17. Children's participation in Teledialogue

    DEFF Research Database (Denmark)

    Andersen, Lars Bo; Lauritsen, Peter; Danholt, Peter

    2014-01-01

    Teledialogue is a combined research and design project aimed at improving communications between social workers and children under their custody living in foster care or youth institutions. While social workers are responsible for the welfare of placed children they are under heavy workload...... and often only communicate with children at biannual meetings - the minimum required by law. The purpose of Teledialogue is to use participatory methods to develop an IT-enabled concept for children and social workers to maintain communication between the biannual meetings. Social workers and children...... are thus the primary participants in this design process. This presentation describes the inclusion and participation of the placed children in Teledialogue. With an outset in Actor-Network Theory (ANT) two points are made: 1) that children were participating in shaping the design long before they were...

  18. European Patterns of Participation

    DEFF Research Database (Denmark)

    Harrebye, Silas Fehmerling; Ejrnæs, Anders

    2015-01-01

    Social Survey (ESS) Round 4 (2008), the article finds that satisfaction/dissatisfaction with the government is an important predictor alongside the institutional macro-level variable. The article combines a critical tradition, which suggests that political participation is motivated by a feeling...... of dissatisfaction with the government and feelings of being member of a discriminated group affect the level of extra-parliamentary participation, and second, how different welfare regimes condition the extend to which these groups chose to act. In a comparative multilevel design, using data from the European...... of dissatisfaction with an institutional perspective in which certain institutional conditions are seen as enablers for citizens to actively participate in political life. Our results show that the overall level of extra-parliamentary activity in the Scandinavian countries is higher than in the other European...

  19. Laboratory tools to quantify biogenic dissolution of rocks and minerals: a model rock biofilm growing in percolation columns

    Directory of Open Access Journals (Sweden)

    Franz eSeiffert

    2016-04-01

    Full Text Available Sub-aerial biofilms (SAB are ubiquitous, self-sufficient microbial ecosystems found on mineral surfaces at all altitudes and latitudes. SABs, which are the principal causes of weathering on exposed terrestrial surfaces, are characterised by patchy growth dominated by associations of algae, cyanobacteria, fungi and heterotrophic bacteria. A recently developed in vitro system to study colonisation of rocks exposed to air included two key SAB participants - the rock-inhabiting ascomycete Knufia petricola (CBS 123872 and the phototrophic cyanobacterium Nostoc punctiforme ATCC29133. Both partners are genetically tractable and we used them here to study weathering of granite, K-feldspar and plagioclase. Small fragments of the various rocks or minerals (1 to 6 mm were packed into flow-through columns and incubated with 0.1% glucose and 10 µM thiamine-hydrochloride (90 µL.min-1 to compare weathering with and without biofilms. Dissolution of the minerals was followed by: analysing (i the degradation products in the effluent from the columns via Inductively Coupled Plasma Spectroscopy and (ii by studying polished sections of the incubated mineral fragment/grains using scanning electron microscopy, transmission electron microscopy and energy dispersive X-ray analyses. K. petricola/N. punctiforme stimulated release of Ca, Na, Mg and Mn. Analyses of the polished sections confirmed depletion of Ca, Na and K near the surface of the fragments. The abrupt decrease in Ca concentration observed in peripheral areas of plagioclase fragments favoured a dissolution-reprecipitation mechanism. Percolation columns in combination with a model biofilm can thus be used to study weathering in closed systems. Columns can easily be filled with different minerals and biofilms, the effluent as well as grains can be collected after long-term exposure under axenic conditions and easily analysed.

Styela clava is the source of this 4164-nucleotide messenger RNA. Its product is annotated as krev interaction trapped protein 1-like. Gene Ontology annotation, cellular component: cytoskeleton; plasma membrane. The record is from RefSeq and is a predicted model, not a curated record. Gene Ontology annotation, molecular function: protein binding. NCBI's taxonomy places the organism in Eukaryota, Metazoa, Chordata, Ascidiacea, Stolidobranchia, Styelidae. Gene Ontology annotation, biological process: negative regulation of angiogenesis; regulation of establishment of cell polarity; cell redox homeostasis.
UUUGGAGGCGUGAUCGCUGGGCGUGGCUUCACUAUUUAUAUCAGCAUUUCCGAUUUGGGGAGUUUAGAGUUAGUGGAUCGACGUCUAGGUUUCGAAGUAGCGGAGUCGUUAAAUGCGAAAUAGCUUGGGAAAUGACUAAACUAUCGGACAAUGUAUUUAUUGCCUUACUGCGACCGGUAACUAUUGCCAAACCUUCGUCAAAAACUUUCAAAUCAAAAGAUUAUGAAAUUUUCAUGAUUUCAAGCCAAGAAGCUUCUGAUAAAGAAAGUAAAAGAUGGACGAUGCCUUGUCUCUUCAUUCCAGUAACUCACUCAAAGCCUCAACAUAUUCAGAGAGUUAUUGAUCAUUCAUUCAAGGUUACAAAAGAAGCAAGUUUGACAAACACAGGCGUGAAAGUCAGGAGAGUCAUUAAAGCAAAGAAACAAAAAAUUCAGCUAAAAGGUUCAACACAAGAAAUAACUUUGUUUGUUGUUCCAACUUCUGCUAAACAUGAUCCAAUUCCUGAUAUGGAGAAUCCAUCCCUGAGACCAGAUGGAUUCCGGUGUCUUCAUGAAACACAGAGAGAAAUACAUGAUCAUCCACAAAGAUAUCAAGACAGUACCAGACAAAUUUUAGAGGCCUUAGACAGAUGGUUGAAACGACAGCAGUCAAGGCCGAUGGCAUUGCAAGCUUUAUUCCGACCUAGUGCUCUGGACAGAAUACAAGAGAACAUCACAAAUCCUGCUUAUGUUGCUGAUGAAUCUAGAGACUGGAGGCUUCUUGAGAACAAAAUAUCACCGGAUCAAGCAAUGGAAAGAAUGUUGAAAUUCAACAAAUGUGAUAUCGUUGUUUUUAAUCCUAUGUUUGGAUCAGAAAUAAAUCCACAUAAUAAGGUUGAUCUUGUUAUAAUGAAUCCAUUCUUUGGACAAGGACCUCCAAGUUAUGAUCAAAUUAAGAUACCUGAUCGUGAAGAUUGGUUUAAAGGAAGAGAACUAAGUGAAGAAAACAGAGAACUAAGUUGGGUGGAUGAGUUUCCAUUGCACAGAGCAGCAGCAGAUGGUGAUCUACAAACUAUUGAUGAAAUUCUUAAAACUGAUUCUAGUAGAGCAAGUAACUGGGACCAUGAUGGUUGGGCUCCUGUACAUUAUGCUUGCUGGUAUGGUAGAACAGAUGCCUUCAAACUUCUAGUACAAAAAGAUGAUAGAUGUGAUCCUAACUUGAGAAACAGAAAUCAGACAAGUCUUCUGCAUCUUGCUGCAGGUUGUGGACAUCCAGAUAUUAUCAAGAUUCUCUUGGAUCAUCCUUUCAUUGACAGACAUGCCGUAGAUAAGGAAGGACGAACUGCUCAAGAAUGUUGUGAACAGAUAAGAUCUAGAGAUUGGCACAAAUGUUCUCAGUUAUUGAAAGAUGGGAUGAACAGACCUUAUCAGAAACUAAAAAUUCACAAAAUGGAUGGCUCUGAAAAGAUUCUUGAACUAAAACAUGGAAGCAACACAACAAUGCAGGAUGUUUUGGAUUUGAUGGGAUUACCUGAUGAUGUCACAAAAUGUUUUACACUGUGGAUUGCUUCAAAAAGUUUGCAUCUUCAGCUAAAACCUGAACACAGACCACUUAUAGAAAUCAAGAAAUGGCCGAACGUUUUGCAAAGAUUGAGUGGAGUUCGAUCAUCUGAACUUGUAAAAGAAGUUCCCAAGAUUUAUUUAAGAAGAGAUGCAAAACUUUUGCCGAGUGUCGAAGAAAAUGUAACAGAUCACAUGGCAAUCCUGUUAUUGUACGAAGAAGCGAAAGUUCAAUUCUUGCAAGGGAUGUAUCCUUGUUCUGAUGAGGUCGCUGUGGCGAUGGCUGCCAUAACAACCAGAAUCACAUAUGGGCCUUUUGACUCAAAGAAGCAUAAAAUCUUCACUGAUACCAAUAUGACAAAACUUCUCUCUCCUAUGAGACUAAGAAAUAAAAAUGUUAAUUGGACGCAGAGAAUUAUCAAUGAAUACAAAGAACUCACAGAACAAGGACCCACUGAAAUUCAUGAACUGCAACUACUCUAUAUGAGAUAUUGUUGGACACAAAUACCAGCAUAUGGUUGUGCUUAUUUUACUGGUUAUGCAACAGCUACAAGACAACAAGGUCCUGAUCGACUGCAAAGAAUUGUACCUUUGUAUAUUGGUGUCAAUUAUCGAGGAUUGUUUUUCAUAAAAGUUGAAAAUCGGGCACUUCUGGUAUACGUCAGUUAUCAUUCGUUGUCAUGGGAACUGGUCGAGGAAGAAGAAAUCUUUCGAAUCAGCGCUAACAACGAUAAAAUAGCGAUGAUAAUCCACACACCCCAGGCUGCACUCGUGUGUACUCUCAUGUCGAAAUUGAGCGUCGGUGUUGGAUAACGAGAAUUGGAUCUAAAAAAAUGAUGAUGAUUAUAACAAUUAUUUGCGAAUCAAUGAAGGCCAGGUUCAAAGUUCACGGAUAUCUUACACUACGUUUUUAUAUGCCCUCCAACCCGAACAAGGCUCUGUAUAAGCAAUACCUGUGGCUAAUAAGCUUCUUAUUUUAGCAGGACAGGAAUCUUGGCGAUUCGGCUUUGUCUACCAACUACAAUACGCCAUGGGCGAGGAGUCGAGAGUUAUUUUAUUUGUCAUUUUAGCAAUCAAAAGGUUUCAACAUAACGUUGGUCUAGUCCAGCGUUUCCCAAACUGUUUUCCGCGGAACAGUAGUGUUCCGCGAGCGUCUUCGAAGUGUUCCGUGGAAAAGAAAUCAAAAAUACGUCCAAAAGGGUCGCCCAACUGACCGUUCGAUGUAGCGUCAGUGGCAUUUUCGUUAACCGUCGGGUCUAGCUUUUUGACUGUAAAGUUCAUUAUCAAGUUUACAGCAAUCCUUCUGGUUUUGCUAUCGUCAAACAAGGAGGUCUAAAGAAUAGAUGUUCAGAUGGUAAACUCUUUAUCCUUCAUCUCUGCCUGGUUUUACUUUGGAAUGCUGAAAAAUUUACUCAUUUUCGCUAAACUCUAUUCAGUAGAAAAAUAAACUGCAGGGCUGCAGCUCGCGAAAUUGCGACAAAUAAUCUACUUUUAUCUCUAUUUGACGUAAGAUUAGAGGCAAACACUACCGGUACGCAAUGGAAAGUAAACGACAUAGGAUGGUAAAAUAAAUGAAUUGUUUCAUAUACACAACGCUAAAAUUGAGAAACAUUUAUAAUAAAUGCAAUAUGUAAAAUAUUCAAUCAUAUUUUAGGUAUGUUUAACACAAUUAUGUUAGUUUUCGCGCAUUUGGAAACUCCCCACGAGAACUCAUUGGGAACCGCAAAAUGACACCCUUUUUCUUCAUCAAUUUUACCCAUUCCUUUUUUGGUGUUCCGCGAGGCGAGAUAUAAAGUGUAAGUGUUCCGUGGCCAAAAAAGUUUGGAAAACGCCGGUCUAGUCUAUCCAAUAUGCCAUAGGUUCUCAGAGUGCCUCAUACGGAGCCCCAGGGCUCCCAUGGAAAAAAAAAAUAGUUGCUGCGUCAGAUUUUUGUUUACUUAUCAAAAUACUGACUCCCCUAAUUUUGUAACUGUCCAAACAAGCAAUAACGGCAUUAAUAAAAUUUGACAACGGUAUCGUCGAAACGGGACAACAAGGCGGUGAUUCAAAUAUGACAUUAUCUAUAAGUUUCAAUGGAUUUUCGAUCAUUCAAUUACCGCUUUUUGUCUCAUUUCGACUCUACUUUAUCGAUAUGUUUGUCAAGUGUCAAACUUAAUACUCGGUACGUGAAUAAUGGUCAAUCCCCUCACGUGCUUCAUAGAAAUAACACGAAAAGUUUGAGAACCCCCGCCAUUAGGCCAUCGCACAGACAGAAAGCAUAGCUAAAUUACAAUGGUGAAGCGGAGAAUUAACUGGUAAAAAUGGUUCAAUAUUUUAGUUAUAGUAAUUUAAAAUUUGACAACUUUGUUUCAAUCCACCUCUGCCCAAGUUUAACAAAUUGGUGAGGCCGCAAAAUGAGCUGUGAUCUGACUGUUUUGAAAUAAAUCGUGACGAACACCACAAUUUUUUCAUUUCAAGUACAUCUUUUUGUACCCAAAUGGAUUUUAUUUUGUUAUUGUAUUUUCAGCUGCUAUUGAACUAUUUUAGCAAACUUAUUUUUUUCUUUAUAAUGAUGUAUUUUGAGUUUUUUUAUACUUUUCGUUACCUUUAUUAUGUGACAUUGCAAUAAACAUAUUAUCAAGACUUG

20. Laboratory tools to quantify biogenic dissolution of rocks and minerals: a model rock biofilm growing in percolation columns

    Science.gov (United States)

    Seiffert, Franz; Bandow, Nicole; Kalbe, Ute; Milke, Ralf; Gorbushina, Anna

    2016-04-01

    Sub-aerial biofilms (SAB) are ubiquitous, self-sufficient microbial ecosystems found on mineral surfaces at all altitudes and latitudes. SABs, which are the principal causes of weathering on exposed terrestrial surfaces, are characterised by patchy growth dominated by associations of algae, cyanobacteria, fungi and heterotrophic bacteria. A recently developed in vitro system to study colonisation of rocks exposed to air included two key SAB participants - the rock-inhabiting ascomycete Knufia petricola (CBS 123872) and the phototrophic cyanobacterium Nostoc punctiforme ATCC29133. Both partners are genetically tractable and we used them here to study weathering of granite, K-feldspar and plagioclase. Small fragments of the various rocks or minerals (1 to 6 mm) were packed into flow-through columns and incubated with 0.1% glucose and 10 µM thiamine-hydrochloride (90 µL.min-1) to compare weathering with and without biofilms. Dissolution of the minerals was followed by: analysing (i) the degradation products in the effluent from the columns via Inductively Coupled Plasma Spectroscopy and (ii) by studying polished sections of the incubated mineral fragment/grains using scanning electron microscopy, transmission electron microscopy and energy dispersive X-ray analyses. K. petricola/N. punctiforme stimulated release of Ca, Na, Mg and Mn. Analyses of the polished sections confirmed depletion of Ca, Na and K near the surface of the fragments. The abrupt decrease in Ca concentration observed in peripheral areas of plagioclase fragments favoured a dissolution-reprecipitation mechanism. Percolation columns in combination with a model biofilm can thus be used to study weathering in closed systems. Columns can easily be filled with different minerals and biofilms, the effluent as well as grains can be collected after long-term exposure under axenic conditions and easily analysed.